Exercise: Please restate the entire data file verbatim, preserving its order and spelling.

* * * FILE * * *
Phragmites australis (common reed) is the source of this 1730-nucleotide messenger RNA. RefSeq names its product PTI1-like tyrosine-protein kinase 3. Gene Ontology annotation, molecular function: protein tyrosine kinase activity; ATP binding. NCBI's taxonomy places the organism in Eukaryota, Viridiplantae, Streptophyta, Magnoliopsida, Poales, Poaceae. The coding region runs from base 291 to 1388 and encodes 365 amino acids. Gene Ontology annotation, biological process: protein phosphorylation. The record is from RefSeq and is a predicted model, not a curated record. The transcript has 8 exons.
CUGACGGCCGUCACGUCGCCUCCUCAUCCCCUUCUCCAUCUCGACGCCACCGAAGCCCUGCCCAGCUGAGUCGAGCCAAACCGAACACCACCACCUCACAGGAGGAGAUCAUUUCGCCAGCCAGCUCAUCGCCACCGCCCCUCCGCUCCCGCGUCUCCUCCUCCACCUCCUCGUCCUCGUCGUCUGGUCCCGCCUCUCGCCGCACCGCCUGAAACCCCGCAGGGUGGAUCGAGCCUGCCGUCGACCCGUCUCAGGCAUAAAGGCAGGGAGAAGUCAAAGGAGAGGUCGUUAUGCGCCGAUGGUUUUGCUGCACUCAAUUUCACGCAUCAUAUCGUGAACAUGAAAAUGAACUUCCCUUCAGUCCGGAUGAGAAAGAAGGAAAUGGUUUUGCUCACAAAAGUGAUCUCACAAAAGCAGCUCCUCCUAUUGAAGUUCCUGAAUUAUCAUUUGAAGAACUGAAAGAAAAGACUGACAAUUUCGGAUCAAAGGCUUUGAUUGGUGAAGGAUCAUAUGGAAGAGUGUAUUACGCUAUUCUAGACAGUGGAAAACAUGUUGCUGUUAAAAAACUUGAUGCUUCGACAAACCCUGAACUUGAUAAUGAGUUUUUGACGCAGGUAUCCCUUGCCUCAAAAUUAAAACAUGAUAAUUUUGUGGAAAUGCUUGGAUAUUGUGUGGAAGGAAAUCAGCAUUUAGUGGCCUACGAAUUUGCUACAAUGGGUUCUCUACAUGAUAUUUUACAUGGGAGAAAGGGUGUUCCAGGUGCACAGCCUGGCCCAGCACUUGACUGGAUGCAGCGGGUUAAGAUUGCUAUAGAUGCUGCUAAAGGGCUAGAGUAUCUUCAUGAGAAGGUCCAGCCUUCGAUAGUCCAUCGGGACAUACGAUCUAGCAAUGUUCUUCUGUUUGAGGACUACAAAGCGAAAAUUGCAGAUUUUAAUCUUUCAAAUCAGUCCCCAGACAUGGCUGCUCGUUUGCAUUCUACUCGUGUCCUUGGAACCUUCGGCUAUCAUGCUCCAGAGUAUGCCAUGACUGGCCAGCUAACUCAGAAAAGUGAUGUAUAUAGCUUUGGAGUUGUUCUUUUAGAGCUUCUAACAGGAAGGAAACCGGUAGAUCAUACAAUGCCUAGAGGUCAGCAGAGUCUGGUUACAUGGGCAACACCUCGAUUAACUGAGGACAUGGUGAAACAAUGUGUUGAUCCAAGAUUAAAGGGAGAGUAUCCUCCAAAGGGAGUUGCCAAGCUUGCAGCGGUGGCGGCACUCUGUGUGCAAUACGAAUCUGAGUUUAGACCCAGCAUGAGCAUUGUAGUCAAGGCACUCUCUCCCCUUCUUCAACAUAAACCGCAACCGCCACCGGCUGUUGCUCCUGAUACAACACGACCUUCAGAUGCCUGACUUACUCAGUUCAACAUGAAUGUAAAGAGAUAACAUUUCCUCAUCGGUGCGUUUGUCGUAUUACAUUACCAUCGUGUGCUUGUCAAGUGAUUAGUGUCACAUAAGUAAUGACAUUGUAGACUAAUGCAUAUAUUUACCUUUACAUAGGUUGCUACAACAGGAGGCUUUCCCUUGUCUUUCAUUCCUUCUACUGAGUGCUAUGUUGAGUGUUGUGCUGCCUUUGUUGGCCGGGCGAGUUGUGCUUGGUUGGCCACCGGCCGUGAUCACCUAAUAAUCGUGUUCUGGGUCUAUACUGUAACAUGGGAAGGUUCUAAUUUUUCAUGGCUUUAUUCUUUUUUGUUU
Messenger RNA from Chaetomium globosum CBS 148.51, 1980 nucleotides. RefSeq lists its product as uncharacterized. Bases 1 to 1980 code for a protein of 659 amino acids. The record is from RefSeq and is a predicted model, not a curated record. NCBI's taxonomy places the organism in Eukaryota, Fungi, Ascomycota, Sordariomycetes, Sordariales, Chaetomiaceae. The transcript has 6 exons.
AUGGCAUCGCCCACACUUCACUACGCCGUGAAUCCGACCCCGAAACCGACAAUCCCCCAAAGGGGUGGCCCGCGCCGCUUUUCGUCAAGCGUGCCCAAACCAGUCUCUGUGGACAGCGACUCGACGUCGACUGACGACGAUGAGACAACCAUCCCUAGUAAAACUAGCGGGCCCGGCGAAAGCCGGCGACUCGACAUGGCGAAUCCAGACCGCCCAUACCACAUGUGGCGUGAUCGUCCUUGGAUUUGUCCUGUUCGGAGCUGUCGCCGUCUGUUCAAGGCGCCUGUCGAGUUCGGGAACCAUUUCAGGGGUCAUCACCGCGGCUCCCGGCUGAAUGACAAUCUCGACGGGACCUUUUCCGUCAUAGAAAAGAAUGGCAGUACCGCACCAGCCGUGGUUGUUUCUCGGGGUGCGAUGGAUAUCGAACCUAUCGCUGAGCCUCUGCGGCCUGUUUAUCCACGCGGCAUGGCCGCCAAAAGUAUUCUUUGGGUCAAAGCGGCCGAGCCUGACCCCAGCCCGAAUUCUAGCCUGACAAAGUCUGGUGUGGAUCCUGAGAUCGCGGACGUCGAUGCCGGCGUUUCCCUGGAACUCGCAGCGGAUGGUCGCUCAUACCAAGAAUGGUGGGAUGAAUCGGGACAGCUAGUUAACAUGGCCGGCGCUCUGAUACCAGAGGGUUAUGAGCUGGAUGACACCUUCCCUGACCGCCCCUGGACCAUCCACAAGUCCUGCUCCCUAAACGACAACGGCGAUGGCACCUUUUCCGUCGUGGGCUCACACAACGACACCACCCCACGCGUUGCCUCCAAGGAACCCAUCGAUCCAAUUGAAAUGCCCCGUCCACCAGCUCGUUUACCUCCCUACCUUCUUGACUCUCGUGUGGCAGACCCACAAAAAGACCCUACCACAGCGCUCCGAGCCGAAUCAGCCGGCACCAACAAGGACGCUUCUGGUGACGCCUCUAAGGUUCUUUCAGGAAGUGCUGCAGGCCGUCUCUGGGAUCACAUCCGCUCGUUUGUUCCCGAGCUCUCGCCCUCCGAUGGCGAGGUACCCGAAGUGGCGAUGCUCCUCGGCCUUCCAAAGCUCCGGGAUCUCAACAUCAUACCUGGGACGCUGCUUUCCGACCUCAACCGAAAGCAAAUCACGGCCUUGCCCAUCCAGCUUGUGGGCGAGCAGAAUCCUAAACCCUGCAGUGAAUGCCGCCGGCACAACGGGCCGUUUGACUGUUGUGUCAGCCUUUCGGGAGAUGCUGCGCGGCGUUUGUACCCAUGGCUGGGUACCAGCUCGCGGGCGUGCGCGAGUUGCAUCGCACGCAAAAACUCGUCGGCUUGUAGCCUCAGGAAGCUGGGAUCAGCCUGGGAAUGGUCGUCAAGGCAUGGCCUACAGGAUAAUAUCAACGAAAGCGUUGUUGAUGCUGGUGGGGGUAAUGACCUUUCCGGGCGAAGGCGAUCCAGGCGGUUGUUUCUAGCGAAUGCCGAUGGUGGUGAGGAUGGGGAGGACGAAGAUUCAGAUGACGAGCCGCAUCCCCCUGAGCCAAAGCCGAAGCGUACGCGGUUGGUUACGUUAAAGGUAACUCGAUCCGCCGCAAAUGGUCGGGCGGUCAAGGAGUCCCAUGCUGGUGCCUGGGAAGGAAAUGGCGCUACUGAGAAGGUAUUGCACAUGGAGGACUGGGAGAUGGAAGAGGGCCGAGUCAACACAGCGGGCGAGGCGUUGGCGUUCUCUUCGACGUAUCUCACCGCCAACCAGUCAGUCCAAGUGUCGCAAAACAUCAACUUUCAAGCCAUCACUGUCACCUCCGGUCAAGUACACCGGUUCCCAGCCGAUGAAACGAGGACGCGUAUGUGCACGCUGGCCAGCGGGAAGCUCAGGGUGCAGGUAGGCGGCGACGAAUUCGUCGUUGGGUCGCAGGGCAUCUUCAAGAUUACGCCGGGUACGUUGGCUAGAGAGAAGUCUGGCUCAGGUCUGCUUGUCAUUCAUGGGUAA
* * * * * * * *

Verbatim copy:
Phragmites australis (common reed) is the source of this 1730-nucleotide messenger RNA. RefSeq names its product PTI1-like tyrosine-protein kinase 3. Gene Ontology annotation, molecular function: protein tyrosine kinase activity; ATP binding. NCBI's taxonomy places the organism in Eukaryota, Viridiplantae, Streptophyta, Magnoliopsida, Poales, Poaceae. The coding region runs from base 291 to 1388 and encodes 365 amino acids. Gene Ontology annotation, biological process: protein phosphorylation. The record is from RefSeq and is a predicted model, not a curated record. The transcript has 8 exons.
CUGACGGCCGUCACGUCGCCUCCUCAUCCCCUUCUCCAUCUCGACGCCACCGAAGCCCUGCCCAGCUGAGUCGAGCCAAACCGAACACCACCACCUCACAGGAGGAGAUCAUUUCGCCAGCCAGCUCAUCGCCACCGCCCCUCCGCUCCCGCGUCUCCUCCUCCACCUCCUCGUCCUCGUCGUCUGGUCCCGCCUCUCGCCGCACCGCCUGAAACCCCGCAGGGUGGAUCGAGCCUGCCGUCGACCCGUCUCAGGCAUAAAGGCAGGGAGAAGUCAAAGGAGAGGUCGUUAUGCGCCGAUGGUUUUGCUGCACUCAAUUUCACGCAUCAUAUCGUGAACAUGAAAAUGAACUUCCCUUCAGUCCGGAUGAGAAAGAAGGAAAUGGUUUUGCUCACAAAAGUGAUCUCACAAAAGCAGCUCCUCCUAUUGAAGUUCCUGAAUUAUCAUUUGAAGAACUGAAAGAAAAGACUGACAAUUUCGGAUCAAAGGCUUUGAUUGGUGAAGGAUCAUAUGGAAGAGUGUAUUACGCUAUUCUAGACAGUGGAAAACAUGUUGCUGUUAAAAAACUUGAUGCUUCGACAAACCCUGAACUUGAUAAUGAGUUUUUGACGCAGGUAUCCCUUGCCUCAAAAUUAAAACAUGAUAAUUUUGUGGAAAUGCUUGGAUAUUGUGUGGAAGGAAAUCAGCAUUUAGUGGCCUACGAAUUUGCUACAAUGGGUUCUCUACAUGAUAUUUUACAUGGGAGAAAGGGUGUUCCAGGUGCACAGCCUGGCCCAGCACUUGACUGGAUGCAGCGGGUUAAGAUUGCUAUAGAUGCUGCUAAAGGGCUAGAGUAUCUUCAUGAGAAGGUCCAGCCUUCGAUAGUCCAUCGGGACAUACGAUCUAGCAAUGUUCUUCUGUUUGAGGACUACAAAGCGAAAAUUGCAGAUUUUAAUCUUUCAAAUCAGUCCCCAGACAUGGCUGCUCGUUUGCAUUCUACUCGUGUCCUUGGAACCUUCGGCUAUCAUGCUCCAGAGUAUGCCAUGACUGGCCAGCUAACUCAGAAAAGUGAUGUAUAUAGCUUUGGAGUUGUUCUUUUAGAGCUUCUAACAGGAAGGAAACCGGUAGAUCAUACAAUGCCUAGAGGUCAGCAGAGUCUGGUUACAUGGGCAACACCUCGAUUAACUGAGGACAUGGUGAAACAAUGUGUUGAUCCAAGAUUAAAGGGAGAGUAUCCUCCAAAGGGAGUUGCCAAGCUUGCAGCGGUGGCGGCACUCUGUGUGCAAUACGAAUCUGAGUUUAGACCCAGCAUGAGCAUUGUAGUCAAGGCACUCUCUCCCCUUCUUCAACAUAAACCGCAACCGCCACCGGCUGUUGCUCCUGAUACAACACGACCUUCAGAUGCCUGACUUACUCAGUUCAACAUGAAUGUAAAGAGAUAACAUUUCCUCAUCGGUGCGUUUGUCGUAUUACAUUACCAUCGUGUGCUUGUCAAGUGAUUAGUGUCACAUAAGUAAUGACAUUGUAGACUAAUGCAUAUAUUUACCUUUACAUAGGUUGCUACAACAGGAGGCUUUCCCUUGUCUUUCAUUCCUUCUACUGAGUGCUAUGUUGAGUGUUGUGCUGCCUUUGUUGGCCGGGCGAGUUGUGCUUGGUUGGCCACCGGCCGUGAUCACCUAAUAAUCGUGUUCUGGGUCUAUACUGUAACAUGGGAAGGUUCUAAUUUUUCAUGGCUUUAUUCUUUUUUGUUU
Messenger RNA from Chaetomium globosum CBS 148.51, 1980 nucleotides. RefSeq lists its product as uncharacterized. Bases 1 to 1980 code for a protein of 659 amino acids. The record is from RefSeq and is a predicted model, not a curated record. NCBI's taxonomy places the organism in Eukaryota, Fungi, Ascomycota, Sordariomycetes, Sordariales, Chaetomiaceae. The transcript has 6 exons.
AUGGCAUCGCCCACACUUCACUACGCCGUGAAUCCGACCCCGAAACCGACAAUCCCCCAAAGGGGUGGCCCGCGCCGCUUUUCGUCAAGCGUGCCCAAACCAGUCUCUGUGGACAGCGACUCGACGUCGACUGACGACGAUGAGACAACCAUCCCUAGUAAAACUAGCGGGCCCGGCGAAAGCCGGCGACUCGACAUGGCGAAUCCAGACCGCCCAUACCACAUGUGGCGUGAUCGUCCUUGGAUUUGUCCUGUUCGGAGCUGUCGCCGUCUGUUCAAGGCGCCUGUCGAGUUCGGGAACCAUUUCAGGGGUCAUCACCGCGGCUCCCGGCUGAAUGACAAUCUCGACGGGACCUUUUCCGUCAUAGAAAAGAAUGGCAGUACCGCACCAGCCGUGGUUGUUUCUCGGGGUGCGAUGGAUAUCGAACCUAUCGCUGAGCCUCUGCGGCCUGUUUAUCCACGCGGCAUGGCCGCCAAAAGUAUUCUUUGGGUCAAAGCGGCCGAGCCUGACCCCAGCCCGAAUUCUAGCCUGACAAAGUCUGGUGUGGAUCCUGAGAUCGCGGACGUCGAUGCCGGCGUUUCCCUGGAACUCGCAGCGGAUGGUCGCUCAUACCAAGAAUGGUGGGAUGAAUCGGGACAGCUAGUUAACAUGGCCGGCGCUCUGAUACCAGAGGGUUAUGAGCUGGAUGACACCUUCCCUGACCGCCCCUGGACCAUCCACAAGUCCUGCUCCCUAAACGACAACGGCGAUGGCACCUUUUCCGUCGUGGGCUCACACAACGACACCACCCCACGCGUUGCCUCCAAGGAACCCAUCGAUCCAAUUGAAAUGCCCCGUCCACCAGCUCGUUUACCUCCCUACCUUCUUGACUCUCGUGUGGCAGACCCACAAAAAGACCCUACCACAGCGCUCCGAGCCGAAUCAGCCGGCACCAACAAGGACGCUUCUGGUGACGCCUCUAAGGUUCUUUCAGGAAGUGCUGCAGGCCGUCUCUGGGAUCACAUCCGCUCGUUUGUUCCCGAGCUCUCGCCCUCCGAUGGCGAGGUACCCGAAGUGGCGAUGCUCCUCGGCCUUCCAAAGCUCCGGGAUCUCAACAUCAUACCUGGGACGCUGCUUUCCGACCUCAACCGAAAGCAAAUCACGGCCUUGCCCAUCCAGCUUGUGGGCGAGCAGAAUCCUAAACCCUGCAGUGAAUGCCGCCGGCACAACGGGCCGUUUGACUGUUGUGUCAGCCUUUCGGGAGAUGCUGCGCGGCGUUUGUACCCAUGGCUGGGUACCAGCUCGCGGGCGUGCGCGAGUUGCAUCGCACGCAAAAACUCGUCGGCUUGUAGCCUCAGGAAGCUGGGAUCAGCCUGGGAAUGGUCGUCAAGGCAUGGCCUACAGGAUAAUAUCAACGAAAGCGUUGUUGAUGCUGGUGGGGGUAAUGACCUUUCCGGGCGAAGGCGAUCCAGGCGGUUGUUUCUAGCGAAUGCCGAUGGUGGUGAGGAUGGGGAGGACGAAGAUUCAGAUGACGAGCCGCAUCCCCCUGAGCCAAAGCCGAAGCGUACGCGGUUGGUUACGUUAAAGGUAACUCGAUCCGCCGCAAAUGGUCGGGCGGUCAAGGAGUCCCAUGCUGGUGCCUGGGAAGGAAAUGGCGCUACUGAGAAGGUAUUGCACAUGGAGGACUGGGAGAUGGAAGAGGGCCGAGUCAACACAGCGGGCGAGGCGUUGGCGUUCUCUUCGACGUAUCUCACCGCCAACCAGUCAGUCCAAGUGUCGCAAAACAUCAACUUUCAAGCCAUCACUGUCACCUCCGGUCAAGUACACCGGUUCCCAGCCGAUGAAACGAGGACGCGUAUGUGCACGCUGGCCAGCGGGAAGCUCAGGGUGCAGGUAGGCGGCGACGAAUUCGUCGUUGGGUCGCAGGGCAUCUUCAAGAUUACGCCGGGUACGUUGGCUAGAGAGAAGUCUGGCUCAGGUCUGCUUGUCAUUCAUGGGUAA